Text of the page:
“False Advertising” happens all the time. What Can You Do About It?
Scenario 1: You open the mailbox. Tucked in with all the junk mail you see a great offer: a discount on something you’ve been wanting for months, available only for a limited time. You go to the store to buy the advertised special. But you get there, and the price advertised isn’t what is being charged.
Scenario 2: An online retailer’s website lists a color printer at $199. You buy it. 4 days later, the package arrives in the mail, and you open it only to find that the printer is a black and white printer.
Scenario 3: Autotrader.com has a truck listed for $16,990. You go to the dealership and when you sign the paperwork, you realize that the real price has been jacked up to $18,500.
Scenario 4: You take the family out to dinner at “The Red Crawfish,” where you order a fillet of red snapper. But it doesn’t taste like snapper. In fact, the underside of the fillet has some small black scales. Turns out, you’ve been served mullet instead.
All these scenarios have something obvious in common: they involve false advertising. False advertising can come in many forms, and new ones are invented every day, it seems. The reasons are obvious: businesses will do almost anything to get you to buy their products. And while some exaggeration is harmless and expected, are merchants allowed to lie about the products they sell? Absolutely not. And if they do, then they can be taken to court and held responsible.
Like most states, Alabama has a specific statute prohibiting false advertising: the Alabama Deceptive Trade Practices Act, or “ADTPA,” as we lawyers call it.
The ADTPA, which can be found at Ala. Code Title 8, Section 19, contains a list of specific prohibitions. Here are a few:
- “Causing confusion or misunderstanding as to the source, sponsorship, approval, or certification of goods or services.”
- “Causing confusion or misunderstanding as to the affiliation, connection, or association with, or certification by another.”
- “Using deceptive representations or designations of geographic origin in connection with goods or services.”
- “Representing that goods or services are of a particular standard, quality, or grade, or that goods are of a particular style or model, if they are of another.”
- “Advertising goods or services with intent not to sell them as advertised.”
- “Disparaging the goods, services, or business of another by false or misleading representation of fact.”
- “Making a false or misleading statement of fact concerning the reasons for, existence of, or amounts of, price reductions.”
- “Engaging in any other unconscionable, false, misleading, or deceptive act or practice in the conduct of trade or commerce.”
Translated to normal English, here are some examples of what the Alabama Deceptive Trade Practices Act means:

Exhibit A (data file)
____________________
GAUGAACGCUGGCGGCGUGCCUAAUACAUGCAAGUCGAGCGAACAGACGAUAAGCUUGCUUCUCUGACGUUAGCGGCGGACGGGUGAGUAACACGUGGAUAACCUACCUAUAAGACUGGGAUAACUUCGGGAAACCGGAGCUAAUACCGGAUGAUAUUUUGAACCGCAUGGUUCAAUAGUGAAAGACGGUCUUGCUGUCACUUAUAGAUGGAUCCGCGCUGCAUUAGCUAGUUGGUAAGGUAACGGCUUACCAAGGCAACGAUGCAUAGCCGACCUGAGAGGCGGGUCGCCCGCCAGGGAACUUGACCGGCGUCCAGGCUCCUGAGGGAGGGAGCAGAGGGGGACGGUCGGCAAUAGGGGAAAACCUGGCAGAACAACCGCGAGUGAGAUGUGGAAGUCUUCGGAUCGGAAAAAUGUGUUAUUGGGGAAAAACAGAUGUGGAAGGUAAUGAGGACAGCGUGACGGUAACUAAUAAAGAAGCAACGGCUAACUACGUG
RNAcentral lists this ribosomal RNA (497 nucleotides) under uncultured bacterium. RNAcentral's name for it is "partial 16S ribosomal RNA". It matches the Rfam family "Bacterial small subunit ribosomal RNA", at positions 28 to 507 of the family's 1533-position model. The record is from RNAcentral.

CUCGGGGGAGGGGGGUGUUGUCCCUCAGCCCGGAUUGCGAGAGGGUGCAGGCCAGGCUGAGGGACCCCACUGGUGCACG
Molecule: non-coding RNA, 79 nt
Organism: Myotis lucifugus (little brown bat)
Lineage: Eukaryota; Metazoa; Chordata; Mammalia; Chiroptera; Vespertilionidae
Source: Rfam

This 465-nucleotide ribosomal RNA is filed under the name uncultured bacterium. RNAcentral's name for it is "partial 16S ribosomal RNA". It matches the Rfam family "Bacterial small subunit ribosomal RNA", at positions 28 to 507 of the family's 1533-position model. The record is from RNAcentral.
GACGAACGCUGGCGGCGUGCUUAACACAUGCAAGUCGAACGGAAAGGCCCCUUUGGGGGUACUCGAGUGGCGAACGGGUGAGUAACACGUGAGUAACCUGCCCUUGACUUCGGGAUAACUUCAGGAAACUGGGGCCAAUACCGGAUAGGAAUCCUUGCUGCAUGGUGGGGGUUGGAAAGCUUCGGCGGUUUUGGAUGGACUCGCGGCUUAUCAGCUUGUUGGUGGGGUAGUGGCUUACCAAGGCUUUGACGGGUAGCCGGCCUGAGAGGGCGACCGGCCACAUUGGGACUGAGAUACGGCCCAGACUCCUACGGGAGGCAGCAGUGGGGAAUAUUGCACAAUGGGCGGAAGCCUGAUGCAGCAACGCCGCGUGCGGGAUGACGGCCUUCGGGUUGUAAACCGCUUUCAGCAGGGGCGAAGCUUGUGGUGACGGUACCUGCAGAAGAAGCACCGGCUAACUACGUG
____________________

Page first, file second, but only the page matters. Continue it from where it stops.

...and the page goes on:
- They can’t say a product is “Made in the USA” if in fact most of it was made elsewhere.
- If you sell Grade A Angus Beef, then you can’t serve Grade B Beef, or Grade A Pork/Beef Mix, or Grade A Beef made from any cow other than an Angus. It must be Grade A, and Angus, and Beef.
- You cannot advertise that your product has a 2 year warranty if you only provide a 1 year warranty.
- They cannot put “red snapper” on the menu if what they sell people is something other than a Lutjanus campechanus (a.k.a. Red Snapper).
- They can sell “Grouper” even if the grouper comes from Madagascar.
- If a label says “Certified Organic,” then the food must be organic and certified.
- If a restaurant brags that it was “Voted Best Hamburgers in Alabama,” then it must have some good reason for saying that.
- If a price is advertised as “25% Off,” then the non-discounted price should be 33% higher than the “discount” price. (Because (3/4 of A) x 4/3 = A).
The Alabama Deceptive Trade Practices Act also forbids false advertising of services in many instances. For example:
- If a debt settlement company claims it can cut your debt by 50%, and you pay them to do so, but they don’t perform, then they’re false advertising.
- If a credit repair service claims to be able to boost your score by 100 points, then they better be able to do it.
- A car finance company or dealer who says that “If you have a job and $500, you can get a new car!” must have new cars that they are actually willing to sell to anyone who has a job and $500.
How to Prepare A False Advertising Case
There are a few things you need to cover before you rush to a lawyer’s office, though.
First, you must get proof of the actual advertised terms.
If advertisements are written, then they are usually allowed to have footnotes and fine print that “explain” the terms they are advertising. You must obtain a copy or printout of any written, TV, or internet advertisement. Read the whole thing. Make sure you paid attention to it before you went to buy the advertised product. If a “disclaimer” or “Explanation” was hidden, it may not have any legal effect.